We are not competent judges of others or even of ourselves. Depend on it--if you are living and working in the will of God you are doing more good than you know. Never quit. Never give up. Give your best to the most mundane of tasks. Here's a great word from the Lord, channeled through a hard-to-understand writer: "Be faithful, even to the point of death, and I will give you the crown of life" (Rev. 2:10).
Looking Back, Looking Ahead
The holiday season that closes one year and opens another is always a
festive time. For the people of God it should also be a reflective time, as we
look back upon the year closing and forward into the year opening.
The look back is a long one, for Christmas returns us, in songs and sermons, by cards and crèches, to the birth of Jesus two-thousand years ago. Indeed, for those who regard His birth as the fulfillment of ancient prophecies and covenants, reflection goes clear back to the genesis of human history.
The look forward, which is prompted by New Year's Day, is more speculative than reflective, since none of us can know all that lies ahead. To borrow words from Scripture, we "look forward to the day of God" that closes human history. "We are looking forward to a new heaven and a new earth, the home of righteousness" (2 Peter 3:12, 13). How far into the future that day lies is known only to God our Father. Much that will happen before that day arrives is mercifully hidden from our view. We just "take it as it comes" and trust that God is faithfully working out His promises.
Reflection and speculation must give way to action. We are not called to be dreamers merely, but dreamers and doers. We have been given a mission to accomplish. This transitional season, so crammed with immediate actions that jam everyone's schedule, must not be allowed to distract us from that mission. We are in the world for the sake of the world, not to be spared but to be spent for the glory of God. Our task continues to be a Spirit-filled and Spirit-led witness to Christ, that others may come to know Him as Savior and Friend. We need to move people's thinking from the cradle of Jesus to His cross, to His emptied grave, and to His pledged return. By what we say and by how we live we must call attention to His continuing saving action in the world.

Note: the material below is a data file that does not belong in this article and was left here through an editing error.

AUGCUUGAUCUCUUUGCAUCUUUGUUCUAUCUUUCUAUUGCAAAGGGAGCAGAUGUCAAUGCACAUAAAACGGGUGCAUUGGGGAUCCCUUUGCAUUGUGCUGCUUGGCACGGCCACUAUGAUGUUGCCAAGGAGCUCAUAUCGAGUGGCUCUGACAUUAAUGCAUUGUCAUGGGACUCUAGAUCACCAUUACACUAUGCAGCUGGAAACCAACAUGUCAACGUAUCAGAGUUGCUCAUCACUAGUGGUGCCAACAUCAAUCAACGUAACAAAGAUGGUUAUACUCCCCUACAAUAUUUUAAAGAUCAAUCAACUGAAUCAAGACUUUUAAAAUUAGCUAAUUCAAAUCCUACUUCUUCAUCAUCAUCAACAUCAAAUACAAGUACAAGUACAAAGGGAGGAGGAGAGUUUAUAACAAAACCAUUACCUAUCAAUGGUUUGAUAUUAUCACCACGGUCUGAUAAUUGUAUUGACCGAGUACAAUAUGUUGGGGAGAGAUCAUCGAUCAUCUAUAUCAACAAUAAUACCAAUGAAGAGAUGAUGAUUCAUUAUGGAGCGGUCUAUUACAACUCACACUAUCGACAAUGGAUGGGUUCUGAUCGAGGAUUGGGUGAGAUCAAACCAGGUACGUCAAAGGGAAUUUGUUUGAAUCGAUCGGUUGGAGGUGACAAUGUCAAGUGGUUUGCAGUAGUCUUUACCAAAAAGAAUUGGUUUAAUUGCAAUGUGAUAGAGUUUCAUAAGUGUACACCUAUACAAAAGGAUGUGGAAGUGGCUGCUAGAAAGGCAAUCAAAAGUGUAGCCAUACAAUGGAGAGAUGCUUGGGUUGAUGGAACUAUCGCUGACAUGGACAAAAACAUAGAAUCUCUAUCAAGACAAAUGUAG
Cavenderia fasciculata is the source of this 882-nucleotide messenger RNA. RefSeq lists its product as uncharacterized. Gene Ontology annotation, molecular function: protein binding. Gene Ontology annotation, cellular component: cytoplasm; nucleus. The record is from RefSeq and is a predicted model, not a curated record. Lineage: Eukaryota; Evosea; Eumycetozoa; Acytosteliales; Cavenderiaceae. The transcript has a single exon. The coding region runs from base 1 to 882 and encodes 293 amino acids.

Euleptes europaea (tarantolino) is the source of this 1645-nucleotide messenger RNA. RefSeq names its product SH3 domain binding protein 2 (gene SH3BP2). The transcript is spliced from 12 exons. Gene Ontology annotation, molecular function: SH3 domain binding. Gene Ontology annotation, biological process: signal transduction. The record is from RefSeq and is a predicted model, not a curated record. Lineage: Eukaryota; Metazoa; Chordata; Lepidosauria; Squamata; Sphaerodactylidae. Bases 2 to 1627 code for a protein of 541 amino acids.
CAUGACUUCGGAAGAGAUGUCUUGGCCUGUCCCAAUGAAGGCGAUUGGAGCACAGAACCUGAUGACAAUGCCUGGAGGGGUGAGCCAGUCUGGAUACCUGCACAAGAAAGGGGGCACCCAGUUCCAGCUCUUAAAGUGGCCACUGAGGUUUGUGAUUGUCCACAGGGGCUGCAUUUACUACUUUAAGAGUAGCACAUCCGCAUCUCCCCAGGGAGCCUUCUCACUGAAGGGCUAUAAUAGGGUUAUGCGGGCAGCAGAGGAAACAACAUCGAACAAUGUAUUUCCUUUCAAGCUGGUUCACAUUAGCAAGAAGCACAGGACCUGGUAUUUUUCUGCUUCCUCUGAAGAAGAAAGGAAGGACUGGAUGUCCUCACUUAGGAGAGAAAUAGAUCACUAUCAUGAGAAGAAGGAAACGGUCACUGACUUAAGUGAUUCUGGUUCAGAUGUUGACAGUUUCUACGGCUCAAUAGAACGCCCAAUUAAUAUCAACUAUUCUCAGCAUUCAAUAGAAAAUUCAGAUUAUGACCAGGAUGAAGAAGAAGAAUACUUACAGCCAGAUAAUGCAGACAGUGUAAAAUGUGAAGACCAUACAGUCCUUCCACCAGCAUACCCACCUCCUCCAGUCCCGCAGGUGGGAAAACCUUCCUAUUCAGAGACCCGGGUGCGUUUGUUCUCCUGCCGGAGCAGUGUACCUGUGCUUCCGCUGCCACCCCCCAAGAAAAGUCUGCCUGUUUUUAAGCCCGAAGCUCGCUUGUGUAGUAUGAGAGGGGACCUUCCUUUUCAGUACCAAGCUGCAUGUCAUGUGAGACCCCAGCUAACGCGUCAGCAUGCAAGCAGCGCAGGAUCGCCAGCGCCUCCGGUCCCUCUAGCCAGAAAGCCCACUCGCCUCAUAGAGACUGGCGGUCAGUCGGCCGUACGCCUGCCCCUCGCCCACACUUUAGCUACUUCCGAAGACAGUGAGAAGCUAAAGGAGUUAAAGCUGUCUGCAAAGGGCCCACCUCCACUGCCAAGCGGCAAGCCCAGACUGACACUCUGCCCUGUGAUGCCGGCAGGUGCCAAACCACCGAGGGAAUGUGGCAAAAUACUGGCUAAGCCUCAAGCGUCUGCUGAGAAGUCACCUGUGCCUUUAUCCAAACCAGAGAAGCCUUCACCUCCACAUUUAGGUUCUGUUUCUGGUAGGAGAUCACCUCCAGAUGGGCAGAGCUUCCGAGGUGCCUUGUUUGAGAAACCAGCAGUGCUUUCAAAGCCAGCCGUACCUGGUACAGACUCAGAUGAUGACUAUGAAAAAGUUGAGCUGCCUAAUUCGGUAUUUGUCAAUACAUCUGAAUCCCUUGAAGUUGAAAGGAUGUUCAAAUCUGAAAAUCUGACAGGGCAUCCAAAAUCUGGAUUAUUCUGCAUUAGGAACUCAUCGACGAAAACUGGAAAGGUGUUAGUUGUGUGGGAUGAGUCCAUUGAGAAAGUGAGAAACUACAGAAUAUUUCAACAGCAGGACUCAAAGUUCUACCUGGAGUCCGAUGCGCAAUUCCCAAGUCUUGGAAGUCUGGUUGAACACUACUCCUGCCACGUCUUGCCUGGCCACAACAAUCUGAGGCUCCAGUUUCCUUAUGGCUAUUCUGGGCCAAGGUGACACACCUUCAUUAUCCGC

Let us, in the midst of all the commerce of these days, renew our commitment to our ongoing mission. The look behind and the look ahead remind us that each individual believer is part of a movement that is divine in origin, global in scope, and eternal in consequence. Isolated we may seem as nothing, but connected and cooperating we are links in the chain of God's purpose for the ages. We are part of something too great to be wrapped in fancy paper, to be toasted with sparkling beverage, or to be regretted with antacids and aspirins. Jesus is moving through history with transforming grace and power, and ours is the priceless privilege of sharing that mission as beneficiaries and agents.
One of the most frequently quoted passages of Scripture is this
statement from the "wisdom literature" of the Old Testament: Train a child in
the way he should go, and when he is old he will not turn from it (Proverbs
Perhaps no other proverb has caused such crises of faith for parents as this one. I've had them come to me in tears, saying, "Pastor, we really tried to bring up our children to know the Bible and to serve the Lord, but they have rebelled, they don't go to church, they don't accept the moral values of Christian faith, and though we have wept and prayed over them for years they are farther than ever from God. Why doesn't this promise hold true?"
This is a proverb; it is not a promise. A promise is a word from God spoken to you as an announcement of His intention, and His intention will be translated into action. A proverb is a statement that is generally true, but not always or automatically true. Some children, despite the best of training, live and die in rejection of truth. They turn from God and play God over their own lives. They convince themselves that "really living" is an expression of their own wills, their own desires, their own beliefs and their own conclusions.